Like `seconds', but also print nanoseconds, e.g., `2005-09-14 00:56:06.998458565+05:30'. This is equivalent to the format `%Y-%m-%d %H:%M:%S.%N%:z'.

`-s datestr'
`--set=datestr'

Set the date and time to datestr. See `-d' above.

`-u'
`--utc'
`--universal'

Use Coordinated Universal Time (UTC) by operating as if the TZ environment variable were set to the string `UTC0'. Coordinated Universal Time is often called "Greenwich Mean Time" (GMT) for historical reasons.


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21.1.7 Examples of date

Here are a few examples. Also see the documentation for the `-d' option in the previous section.


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21.2 arch: Print machine hardware name

arch prints the machine hardware name, and is equivalent to `uname -m'. Synopsis:

 
arch [option]

The program accepts the Common options only.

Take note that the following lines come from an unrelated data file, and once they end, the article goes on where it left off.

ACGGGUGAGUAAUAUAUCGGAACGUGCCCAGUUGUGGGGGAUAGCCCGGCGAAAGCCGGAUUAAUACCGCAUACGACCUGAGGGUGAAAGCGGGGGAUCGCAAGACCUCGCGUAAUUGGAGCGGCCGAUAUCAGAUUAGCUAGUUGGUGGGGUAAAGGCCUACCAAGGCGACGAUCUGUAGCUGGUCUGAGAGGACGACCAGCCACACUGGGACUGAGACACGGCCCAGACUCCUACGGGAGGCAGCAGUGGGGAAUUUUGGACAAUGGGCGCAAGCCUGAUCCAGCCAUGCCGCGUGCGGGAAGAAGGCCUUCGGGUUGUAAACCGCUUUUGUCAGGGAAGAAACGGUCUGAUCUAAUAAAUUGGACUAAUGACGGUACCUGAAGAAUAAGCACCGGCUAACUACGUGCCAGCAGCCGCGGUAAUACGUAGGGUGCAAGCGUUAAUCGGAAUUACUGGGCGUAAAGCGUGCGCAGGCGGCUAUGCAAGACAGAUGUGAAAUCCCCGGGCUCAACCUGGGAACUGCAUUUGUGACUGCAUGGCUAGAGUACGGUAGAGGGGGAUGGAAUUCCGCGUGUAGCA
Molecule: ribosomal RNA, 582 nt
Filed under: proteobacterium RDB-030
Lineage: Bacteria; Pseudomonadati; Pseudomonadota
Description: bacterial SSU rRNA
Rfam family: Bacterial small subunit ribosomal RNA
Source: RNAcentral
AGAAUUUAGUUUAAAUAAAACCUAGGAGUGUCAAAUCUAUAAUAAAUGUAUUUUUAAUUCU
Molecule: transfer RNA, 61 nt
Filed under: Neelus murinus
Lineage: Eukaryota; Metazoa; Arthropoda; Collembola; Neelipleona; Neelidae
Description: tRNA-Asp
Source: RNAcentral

An exit status of zero indicates success, and a nonzero value indicates failure.


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21.3 nproc: Print the number of available processors

Print the number of processing units available to the current process, which may be less than the number of online processors. If this information is not accessible, then print the number of processors installed. If the OMP_NUM_THREADS environment variable is set, then it will determine the returned value. The result is guaranteed to be greater than zero. Synopsis:

 
nproc [option]

The program accepts the following options. Also see Common options.

`--all'